Tuesday, March 5, 2013

Rumour has it the Austin Allegro is 40 this year

SQUASHED tomatos and stew, and all that. In case you haven't seen all the birthday-themed graphics in tomorrow's edition of The Champion here's the news anyway - the newspaper celebrates its 19th anniversary this week.

All of which got me thinking of some of the more memorable motoring anniversaries heading our way this year - there's a bonanza of bashes, for instance, to mark Aston Martin's centenary. There's also the Porsche 911, which is 50, and the Corvette, which storms to 60. A few rungs back down the ladder and you've got the thirtysomething Peugeot 205, and the Hillman Imp, which hits its 50th this year.

Oh, and the classic everyone loves to hate. Believe it or not, but life begins at forty for the Austin Allegro!

If Churchill had lived long enough to see the launch and chequered career of BL's slightly misguided replacement for the 1100 I'm sure he'd have reused one of his greatest lines to sum it up. Never, in the field of automotive history, have so many urban myths been peddled by so many about one car.

There is, for starters, the one about it being more aerodynamic going backwards than forwards, which is true but only when you consider that lots of car which have those pesky air intakes and radiator grilles on the front have the same problem. There's also the persistent rumours in classic car land about wheels falling off and rear windscreens popping out, but this seems to be more down to a slim minority ending up in the hands of bad mechanics than any inherant design problems.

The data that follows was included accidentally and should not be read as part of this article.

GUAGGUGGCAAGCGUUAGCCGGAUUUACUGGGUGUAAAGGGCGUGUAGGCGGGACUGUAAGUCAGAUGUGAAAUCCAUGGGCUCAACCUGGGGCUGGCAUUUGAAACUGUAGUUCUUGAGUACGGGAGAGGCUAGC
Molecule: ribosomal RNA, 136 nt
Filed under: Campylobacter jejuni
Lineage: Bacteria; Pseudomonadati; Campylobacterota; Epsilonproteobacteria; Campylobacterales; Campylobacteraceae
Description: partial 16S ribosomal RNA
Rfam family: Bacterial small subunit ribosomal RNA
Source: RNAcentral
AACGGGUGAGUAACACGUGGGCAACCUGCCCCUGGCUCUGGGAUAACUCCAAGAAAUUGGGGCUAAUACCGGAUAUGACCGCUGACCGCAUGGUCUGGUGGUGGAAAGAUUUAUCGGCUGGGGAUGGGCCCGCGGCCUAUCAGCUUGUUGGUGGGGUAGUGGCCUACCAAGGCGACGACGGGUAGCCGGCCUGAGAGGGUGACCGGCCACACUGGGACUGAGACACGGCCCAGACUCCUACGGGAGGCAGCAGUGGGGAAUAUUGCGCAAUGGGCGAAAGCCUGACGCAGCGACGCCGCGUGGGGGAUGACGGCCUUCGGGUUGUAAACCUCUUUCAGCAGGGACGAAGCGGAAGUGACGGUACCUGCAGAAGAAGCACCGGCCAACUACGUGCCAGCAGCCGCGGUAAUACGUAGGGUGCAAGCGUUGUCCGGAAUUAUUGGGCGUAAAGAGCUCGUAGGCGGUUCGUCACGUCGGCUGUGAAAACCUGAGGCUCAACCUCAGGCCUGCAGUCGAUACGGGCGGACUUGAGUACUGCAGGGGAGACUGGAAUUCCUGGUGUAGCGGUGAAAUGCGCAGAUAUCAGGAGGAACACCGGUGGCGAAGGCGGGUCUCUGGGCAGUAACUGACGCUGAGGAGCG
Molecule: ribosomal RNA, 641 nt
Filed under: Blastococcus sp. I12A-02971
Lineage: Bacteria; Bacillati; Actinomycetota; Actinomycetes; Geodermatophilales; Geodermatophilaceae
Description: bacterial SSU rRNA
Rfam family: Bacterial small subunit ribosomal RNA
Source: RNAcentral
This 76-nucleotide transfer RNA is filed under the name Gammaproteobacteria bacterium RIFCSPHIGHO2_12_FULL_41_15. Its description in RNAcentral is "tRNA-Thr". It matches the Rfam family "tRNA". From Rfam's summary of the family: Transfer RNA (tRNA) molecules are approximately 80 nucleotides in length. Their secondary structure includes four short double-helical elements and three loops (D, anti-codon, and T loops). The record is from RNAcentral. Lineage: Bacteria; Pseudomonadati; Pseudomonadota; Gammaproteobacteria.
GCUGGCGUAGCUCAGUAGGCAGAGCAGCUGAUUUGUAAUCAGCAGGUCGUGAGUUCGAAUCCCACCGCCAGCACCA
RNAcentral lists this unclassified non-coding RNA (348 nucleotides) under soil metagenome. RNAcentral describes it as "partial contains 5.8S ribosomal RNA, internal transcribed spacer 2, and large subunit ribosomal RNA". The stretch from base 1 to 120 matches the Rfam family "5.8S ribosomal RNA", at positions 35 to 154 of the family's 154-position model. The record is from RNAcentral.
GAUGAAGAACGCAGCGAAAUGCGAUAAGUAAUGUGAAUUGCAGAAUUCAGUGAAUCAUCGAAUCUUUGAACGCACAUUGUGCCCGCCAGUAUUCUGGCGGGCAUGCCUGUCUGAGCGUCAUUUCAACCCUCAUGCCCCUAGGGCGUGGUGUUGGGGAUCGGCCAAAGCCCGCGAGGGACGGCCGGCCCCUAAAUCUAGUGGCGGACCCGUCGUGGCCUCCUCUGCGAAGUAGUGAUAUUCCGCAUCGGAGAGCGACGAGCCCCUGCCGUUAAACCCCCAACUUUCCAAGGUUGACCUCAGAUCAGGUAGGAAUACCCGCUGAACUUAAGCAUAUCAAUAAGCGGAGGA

Yet none of these compare to the weirdest Allegro anecdote - an Allegrodote, if you will - of all. Apparently, the Allegro is banned from both of the Mersey tunnels because its chassis is too weak to cope with the prospect of being pulled out again in the event of a breakdown (something, which I know from personal experience of owning British Leyland cars, isn't that unlikely a prospect). A great story, but as far as a bit of Life On Cars research has showed so far, it's cobblers.

In fact, if you look at the actual rules and regulations covering the Kingsway and Queensway Tunnels (and there are, if you're feeling a bit of an anarok and don't have much of a social life, a lot to leaf through) there is not a single mention of the Austin Allegro being banned, or any other make or model of car. If you have any hard evidence to the contrary that doesn't begin with the words “Rumour has it...” by all means feel free to send it in but otherwise I can say there is absolutely no evidence to suggest the Allegro is banned from the Mersey tunnels.

Weird, but true.

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